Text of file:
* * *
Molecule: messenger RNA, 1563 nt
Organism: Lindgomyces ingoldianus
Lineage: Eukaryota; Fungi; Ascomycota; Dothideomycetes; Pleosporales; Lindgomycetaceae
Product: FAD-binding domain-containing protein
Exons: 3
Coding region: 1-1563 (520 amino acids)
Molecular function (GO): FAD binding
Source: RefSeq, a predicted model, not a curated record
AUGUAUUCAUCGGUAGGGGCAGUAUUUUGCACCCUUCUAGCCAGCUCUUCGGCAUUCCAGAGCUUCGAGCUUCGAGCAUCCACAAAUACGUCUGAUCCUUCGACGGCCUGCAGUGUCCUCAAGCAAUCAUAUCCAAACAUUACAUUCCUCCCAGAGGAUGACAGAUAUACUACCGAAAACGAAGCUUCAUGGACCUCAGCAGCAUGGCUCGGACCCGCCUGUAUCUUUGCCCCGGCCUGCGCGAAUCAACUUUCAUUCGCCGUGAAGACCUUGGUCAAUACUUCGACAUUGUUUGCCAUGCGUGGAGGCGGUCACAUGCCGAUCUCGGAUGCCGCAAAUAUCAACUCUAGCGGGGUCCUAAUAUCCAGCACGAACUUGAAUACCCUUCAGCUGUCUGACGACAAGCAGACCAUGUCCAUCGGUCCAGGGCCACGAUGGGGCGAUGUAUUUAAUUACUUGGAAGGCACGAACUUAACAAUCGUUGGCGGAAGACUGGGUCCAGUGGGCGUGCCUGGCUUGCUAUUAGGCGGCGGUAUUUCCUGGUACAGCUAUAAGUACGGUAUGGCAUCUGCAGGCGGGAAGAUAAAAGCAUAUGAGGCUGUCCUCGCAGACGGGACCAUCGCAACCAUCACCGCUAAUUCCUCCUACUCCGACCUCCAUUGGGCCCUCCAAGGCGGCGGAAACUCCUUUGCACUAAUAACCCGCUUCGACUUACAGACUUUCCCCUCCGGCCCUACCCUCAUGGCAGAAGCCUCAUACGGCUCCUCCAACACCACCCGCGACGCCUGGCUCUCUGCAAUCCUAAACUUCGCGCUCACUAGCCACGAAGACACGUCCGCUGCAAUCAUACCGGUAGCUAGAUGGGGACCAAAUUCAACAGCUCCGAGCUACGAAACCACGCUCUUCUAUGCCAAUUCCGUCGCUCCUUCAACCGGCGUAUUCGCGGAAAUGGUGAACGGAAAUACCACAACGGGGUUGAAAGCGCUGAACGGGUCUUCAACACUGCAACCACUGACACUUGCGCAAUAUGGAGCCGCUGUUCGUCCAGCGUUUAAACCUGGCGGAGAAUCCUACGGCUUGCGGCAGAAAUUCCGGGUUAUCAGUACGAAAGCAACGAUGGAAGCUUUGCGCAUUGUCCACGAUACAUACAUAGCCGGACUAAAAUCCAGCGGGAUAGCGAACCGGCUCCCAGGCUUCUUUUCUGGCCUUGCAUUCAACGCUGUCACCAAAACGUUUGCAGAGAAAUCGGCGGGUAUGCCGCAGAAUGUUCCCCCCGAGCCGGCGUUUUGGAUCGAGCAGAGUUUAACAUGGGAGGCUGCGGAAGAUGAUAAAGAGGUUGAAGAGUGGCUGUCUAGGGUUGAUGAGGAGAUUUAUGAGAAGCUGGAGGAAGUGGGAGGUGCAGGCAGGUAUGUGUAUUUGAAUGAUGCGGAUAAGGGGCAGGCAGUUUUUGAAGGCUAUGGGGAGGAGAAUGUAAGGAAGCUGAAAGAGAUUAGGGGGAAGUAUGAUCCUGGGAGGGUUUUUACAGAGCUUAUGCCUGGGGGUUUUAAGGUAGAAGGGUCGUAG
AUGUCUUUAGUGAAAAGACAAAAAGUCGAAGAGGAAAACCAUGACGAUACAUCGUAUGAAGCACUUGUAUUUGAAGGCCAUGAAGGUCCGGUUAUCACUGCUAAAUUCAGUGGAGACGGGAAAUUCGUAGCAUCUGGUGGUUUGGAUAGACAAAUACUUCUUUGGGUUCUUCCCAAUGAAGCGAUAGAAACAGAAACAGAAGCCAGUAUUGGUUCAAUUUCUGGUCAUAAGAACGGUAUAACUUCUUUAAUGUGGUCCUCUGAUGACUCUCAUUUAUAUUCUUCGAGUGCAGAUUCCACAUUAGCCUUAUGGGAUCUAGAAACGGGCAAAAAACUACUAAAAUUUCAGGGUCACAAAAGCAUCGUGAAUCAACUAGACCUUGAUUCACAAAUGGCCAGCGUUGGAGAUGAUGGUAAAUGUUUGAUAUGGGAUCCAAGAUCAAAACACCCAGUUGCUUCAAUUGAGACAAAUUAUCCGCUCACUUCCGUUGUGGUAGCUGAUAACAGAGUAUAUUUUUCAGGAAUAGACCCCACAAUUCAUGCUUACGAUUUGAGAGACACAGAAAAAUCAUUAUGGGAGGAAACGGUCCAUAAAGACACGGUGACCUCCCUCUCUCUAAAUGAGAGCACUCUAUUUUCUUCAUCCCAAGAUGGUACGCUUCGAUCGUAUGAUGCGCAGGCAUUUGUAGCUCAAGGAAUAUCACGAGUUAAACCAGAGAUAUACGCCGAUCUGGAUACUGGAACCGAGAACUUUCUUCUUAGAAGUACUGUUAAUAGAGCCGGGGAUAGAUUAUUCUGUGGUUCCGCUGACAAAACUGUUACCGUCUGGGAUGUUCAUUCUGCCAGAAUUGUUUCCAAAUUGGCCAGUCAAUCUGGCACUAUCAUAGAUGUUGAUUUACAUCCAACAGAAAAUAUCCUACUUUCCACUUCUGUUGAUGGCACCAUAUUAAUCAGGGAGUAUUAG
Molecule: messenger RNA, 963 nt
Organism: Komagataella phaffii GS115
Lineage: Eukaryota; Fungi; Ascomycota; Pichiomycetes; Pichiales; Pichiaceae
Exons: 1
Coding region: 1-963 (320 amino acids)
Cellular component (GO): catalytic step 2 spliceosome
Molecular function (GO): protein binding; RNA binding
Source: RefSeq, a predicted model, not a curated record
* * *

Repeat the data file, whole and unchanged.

Molecule: messenger RNA, 1563 nt
Organism: Lindgomyces ingoldianus
Lineage: Eukaryota; Fungi; Ascomycota; Dothideomycetes; Pleosporales; Lindgomycetaceae
Product: FAD-binding domain-containing protein
Exons: 3
Coding region: 1-1563 (520 amino acids)
Molecular function (GO): FAD binding
Source: RefSeq, a predicted model, not a curated record
AUGUAUUCAUCGGUAGGGGCAGUAUUUUGCACCCUUCUAGCCAGCUCUUCGGCAUUCCAGAGCUUCGAGCUUCGAGCAUCCACAAAUACGUCUGAUCCUUCGACGGCCUGCAGUGUCCUCAAGCAAUCAUAUCCAAACAUUACAUUCCUCCCAGAGGAUGACAGAUAUACUACCGAAAACGAAGCUUCAUGGACCUCAGCAGCAUGGCUCGGACCCGCCUGUAUCUUUGCCCCGGCCUGCGCGAAUCAACUUUCAUUCGCCGUGAAGACCUUGGUCAAUACUUCGACAUUGUUUGCCAUGCGUGGAGGCGGUCACAUGCCGAUCUCGGAUGCCGCAAAUAUCAACUCUAGCGGGGUCCUAAUAUCCAGCACGAACUUGAAUACCCUUCAGCUGUCUGACGACAAGCAGACCAUGUCCAUCGGUCCAGGGCCACGAUGGGGCGAUGUAUUUAAUUACUUGGAAGGCACGAACUUAACAAUCGUUGGCGGAAGACUGGGUCCAGUGGGCGUGCCUGGCUUGCUAUUAGGCGGCGGUAUUUCCUGGUACAGCUAUAAGUACGGUAUGGCAUCUGCAGGCGGGAAGAUAAAAGCAUAUGAGGCUGUCCUCGCAGACGGGACCAUCGCAACCAUCACCGCUAAUUCCUCCUACUCCGACCUCCAUUGGGCCCUCCAAGGCGGCGGAAACUCCUUUGCACUAAUAACCCGCUUCGACUUACAGACUUUCCCCUCCGGCCCUACCCUCAUGGCAGAAGCCUCAUACGGCUCCUCCAACACCACCCGCGACGCCUGGCUCUCUGCAAUCCUAAACUUCGCGCUCACUAGCCACGAAGACACGUCCGCUGCAAUCAUACCGGUAGCUAGAUGGGGACCAAAUUCAACAGCUCCGAGCUACGAAACCACGCUCUUCUAUGCCAAUUCCGUCGCUCCUUCAACCGGCGUAUUCGCGGAAAUGGUGAACGGAAAUACCACAACGGGGUUGAAAGCGCUGAACGGGUCUUCAACACUGCAACCACUGACACUUGCGCAAUAUGGAGCCGCUGUUCGUCCAGCGUUUAAACCUGGCGGAGAAUCCUACGGCUUGCGGCAGAAAUUCCGGGUUAUCAGUACGAAAGCAACGAUGGAAGCUUUGCGCAUUGUCCACGAUACAUACAUAGCCGGACUAAAAUCCAGCGGGAUAGCGAACCGGCUCCCAGGCUUCUUUUCUGGCCUUGCAUUCAACGCUGUCACCAAAACGUUUGCAGAGAAAUCGGCGGGUAUGCCGCAGAAUGUUCCCCCCGAGCCGGCGUUUUGGAUCGAGCAGAGUUUAACAUGGGAGGCUGCGGAAGAUGAUAAAGAGGUUGAAGAGUGGCUGUCUAGGGUUGAUGAGGAGAUUUAUGAGAAGCUGGAGGAAGUGGGAGGUGCAGGCAGGUAUGUGUAUUUGAAUGAUGCGGAUAAGGGGCAGGCAGUUUUUGAAGGCUAUGGGGAGGAGAAUGUAAGGAAGCUGAAAGAGAUUAGGGGGAAGUAUGAUCCUGGGAGGGUUUUUACAGAGCUUAUGCCUGGGGGUUUUAAGGUAGAAGGGUCGUAG
AUGUCUUUAGUGAAAAGACAAAAAGUCGAAGAGGAAAACCAUGACGAUACAUCGUAUGAAGCACUUGUAUUUGAAGGCCAUGAAGGUCCGGUUAUCACUGCUAAAUUCAGUGGAGACGGGAAAUUCGUAGCAUCUGGUGGUUUGGAUAGACAAAUACUUCUUUGGGUUCUUCCCAAUGAAGCGAUAGAAACAGAAACAGAAGCCAGUAUUGGUUCAAUUUCUGGUCAUAAGAACGGUAUAACUUCUUUAAUGUGGUCCUCUGAUGACUCUCAUUUAUAUUCUUCGAGUGCAGAUUCCACAUUAGCCUUAUGGGAUCUAGAAACGGGCAAAAAACUACUAAAAUUUCAGGGUCACAAAAGCAUCGUGAAUCAACUAGACCUUGAUUCACAAAUGGCCAGCGUUGGAGAUGAUGGUAAAUGUUUGAUAUGGGAUCCAAGAUCAAAACACCCAGUUGCUUCAAUUGAGACAAAUUAUCCGCUCACUUCCGUUGUGGUAGCUGAUAACAGAGUAUAUUUUUCAGGAAUAGACCCCACAAUUCAUGCUUACGAUUUGAGAGACACAGAAAAAUCAUUAUGGGAGGAAACGGUCCAUAAAGACACGGUGACCUCCCUCUCUCUAAAUGAGAGCACUCUAUUUUCUUCAUCCCAAGAUGGUACGCUUCGAUCGUAUGAUGCGCAGGCAUUUGUAGCUCAAGGAAUAUCACGAGUUAAACCAGAGAUAUACGCCGAUCUGGAUACUGGAACCGAGAACUUUCUUCUUAGAAGUACUGUUAAUAGAGCCGGGGAUAGAUUAUUCUGUGGUUCCGCUGACAAAACUGUUACCGUCUGGGAUGUUCAUUCUGCCAGAAUUGUUUCCAAAUUGGCCAGUCAAUCUGGCACUAUCAUAGAUGUUGAUUUACAUCCAACAGAAAAUAUCCUACUUUCCACUUCUGUUGAUGGCACCAUAUUAAUCAGGGAGUAUUAG
Molecule: messenger RNA, 963 nt
Organism: Komagataella phaffii GS115
Lineage: Eukaryota; Fungi; Ascomycota; Pichiomycetes; Pichiales; Pichiaceae
Exons: 1
Coding region: 1-963 (320 amino acids)
Cellular component (GO): catalytic step 2 spliceosome
Molecular function (GO): protein binding; RNA binding
Source: RefSeq, a predicted model, not a curated record